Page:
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Tiny housing is not just a popular current trend. Tiny houses, known colloquially as shotgun houses, of Apalachicola and the Gulf Coast area of Florida helped shape the area in a time when commerce and the port lifestyle was flourishing. These utilitarian homes were created to be practical and cheap, and have now become a symbol of our little corner of Florida.

Preserving and Embracing Apalachicola’s Rich Legacy

Shotgun homes sprang up in the early 1900’s as homes for mill workers along the Gulf Coast. The homes were built to be simple and straightforward. Each home had three rooms: the living room, kitchen and bedroom. The floor plan was not fancy, with one flowing into the other. The term shotgun home was coined because if you left the front door and the back door open, a shotgun blast could go through the home and not hit a single wall. More simply, a shotgun home was designed with oversized windows and when everything was open a nice cooling breeze would flow right through the home.

In the mid to late part of the 20th century, shotgun homes fell out of favor. These homes were too simple, too boring and were not thought of as adding to the aesthetic of the neighborhood. Many homes of this style were demolished. Homes were abandoned and the lush Florida fauna took over. Today there is a revitalization of these kinds of homes and the shotgun homes along the coast of Florida are being preserved and celebrated for their simple luxury and artistic efficiency.

PEARL’s Shotgun Houses

Not only a part of Florida history, but a part of Americana, the shotgun homes are a part of the Pearl’s latest exhibition. This local non-profit is made up of dedicated individuals working to preserve the rich history of the area, the people who settled here, and the way of life that made our little neck of the woods what it has come to be today.

When you are staying in the area at one of the fantastic St. George Island Resort Vacation spots, take a day to tour the area and see some of the restored historic homes. Once covered by brush and perhaps fallen into a bit of decay, the shotgun homes of Florida are being restored and being lived in and loved by families that may not otherwise have a place to live. Walking tours, photo exhibits, and interactive maps will help you navigate through the once booming mill town that helped our area flourish.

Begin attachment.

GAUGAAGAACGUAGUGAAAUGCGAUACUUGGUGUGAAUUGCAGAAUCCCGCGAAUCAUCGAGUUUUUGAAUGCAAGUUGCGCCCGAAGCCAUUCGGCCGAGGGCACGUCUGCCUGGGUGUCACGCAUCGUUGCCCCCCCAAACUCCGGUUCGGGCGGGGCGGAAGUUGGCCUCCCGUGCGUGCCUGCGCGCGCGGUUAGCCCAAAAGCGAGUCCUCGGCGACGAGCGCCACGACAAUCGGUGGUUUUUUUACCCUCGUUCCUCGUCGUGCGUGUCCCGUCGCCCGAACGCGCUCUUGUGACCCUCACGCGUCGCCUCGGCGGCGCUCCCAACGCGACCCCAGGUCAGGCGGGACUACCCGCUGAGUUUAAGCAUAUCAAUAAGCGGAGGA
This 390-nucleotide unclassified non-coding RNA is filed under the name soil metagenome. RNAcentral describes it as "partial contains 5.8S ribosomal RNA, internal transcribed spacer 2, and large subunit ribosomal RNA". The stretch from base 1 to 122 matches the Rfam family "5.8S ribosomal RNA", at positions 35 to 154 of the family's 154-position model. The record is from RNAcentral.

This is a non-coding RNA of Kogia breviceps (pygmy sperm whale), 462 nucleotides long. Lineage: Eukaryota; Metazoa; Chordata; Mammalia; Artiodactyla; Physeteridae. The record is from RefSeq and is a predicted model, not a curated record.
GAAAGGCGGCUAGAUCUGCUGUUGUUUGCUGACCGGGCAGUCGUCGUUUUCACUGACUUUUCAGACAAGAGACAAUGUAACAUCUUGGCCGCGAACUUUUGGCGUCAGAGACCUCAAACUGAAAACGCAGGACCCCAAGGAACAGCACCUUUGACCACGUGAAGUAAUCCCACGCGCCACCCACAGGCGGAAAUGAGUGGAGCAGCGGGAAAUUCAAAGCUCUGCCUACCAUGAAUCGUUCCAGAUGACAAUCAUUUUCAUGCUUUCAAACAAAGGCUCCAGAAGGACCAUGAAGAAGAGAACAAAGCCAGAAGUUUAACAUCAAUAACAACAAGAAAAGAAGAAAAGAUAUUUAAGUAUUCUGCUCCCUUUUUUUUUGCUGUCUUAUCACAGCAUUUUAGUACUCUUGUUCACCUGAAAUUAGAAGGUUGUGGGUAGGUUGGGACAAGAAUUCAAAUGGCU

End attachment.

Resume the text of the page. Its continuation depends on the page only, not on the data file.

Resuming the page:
John Gorrie St. George Island

Good ole’ John Gorrie making Floridians cooler since 1844!

Down St. George Island Florida way, winter weather sets in a little later. We’ve spent many a Thanksgiving meal in short sleeves with the AC blasting to combat the effects of the big turkey roasting in the oven along with everyone’s favorite Apalachicola oyster stuffing. In neighboring Apalachicola, folks know all about John Gorrie—even dedicating a square of town, a state park, and a museum to his memory.

Dr. John Gorrie is regarded as a pioneer in the realms of ice making and refrigeration. Those of us who spend our Thanksgivings beachside know all too well that without air conditioning and ice, this time of year would be a lot less about making family memories and a lot more about trying to stay cool on the coast.

These Florida folks need to cool down!

Gorrie relocated down to Apalachicola in 1833, bringing with him a host of knowledge and experience regarding everything from medicine to finances. As a young physician, Gorrie realized that the yellow fever epidemic plaguing the region seemed to be exacerbated by the patients being unable to drop their body temperatures. He began tirelessly searching for a way to cool the rooms these patients were in.  He even eventually gave up his medical practice to dedicate all his time pursuing a solution.

In 1844, Gorrie came up with the plans for the first ever air conditioner.  It was a device run on ice that then pumped out cooled air. In 1851, he received a patent for mechanical refrigeration, which laid the foundation for what would become modern refrigeration and air conditioning. While Gorrie was unable to witness the fruits of his labor due to a lack of widespread interest and investment at the time, we now recognize his contribution to the development of refrigeration as an integral part in creating the comforts of air conditioning that we now enjoy today.

Local boy done good.

Apalachicola honors John Gorrie and his dedication to bettering the lives of his patients with the John Gorrie Museum State Park, located at 46 6th Street. A replica of Gorrie’s ice machine can be found within the museum.  A statue bearing his likeness is on-site and visitors can pay their respects in person, as Dr. Gorrie’s gravesite buried just across the street from the museum building.

For more information about the John Gorrie Museum State Park or to plan a trip to honor the man responsible for the comforts of air conditioning we have today, visit the John Gorrie Museum State Park website here.


Resort Vacation Properties of St. George Island Florida makes it their mission to champion their community by sharing the old fishermen tales, the area’s mysterious history, the hidden beauty spots along the Forgotten Coast, and highlighting the wonders of this incredible beach island enclave.  St. George Island is a short 80 miles east of Panama City, along the sparkling Gulf Coast of Florida.  We hope you’ll check out our rental properties should your travels ever bring you our way.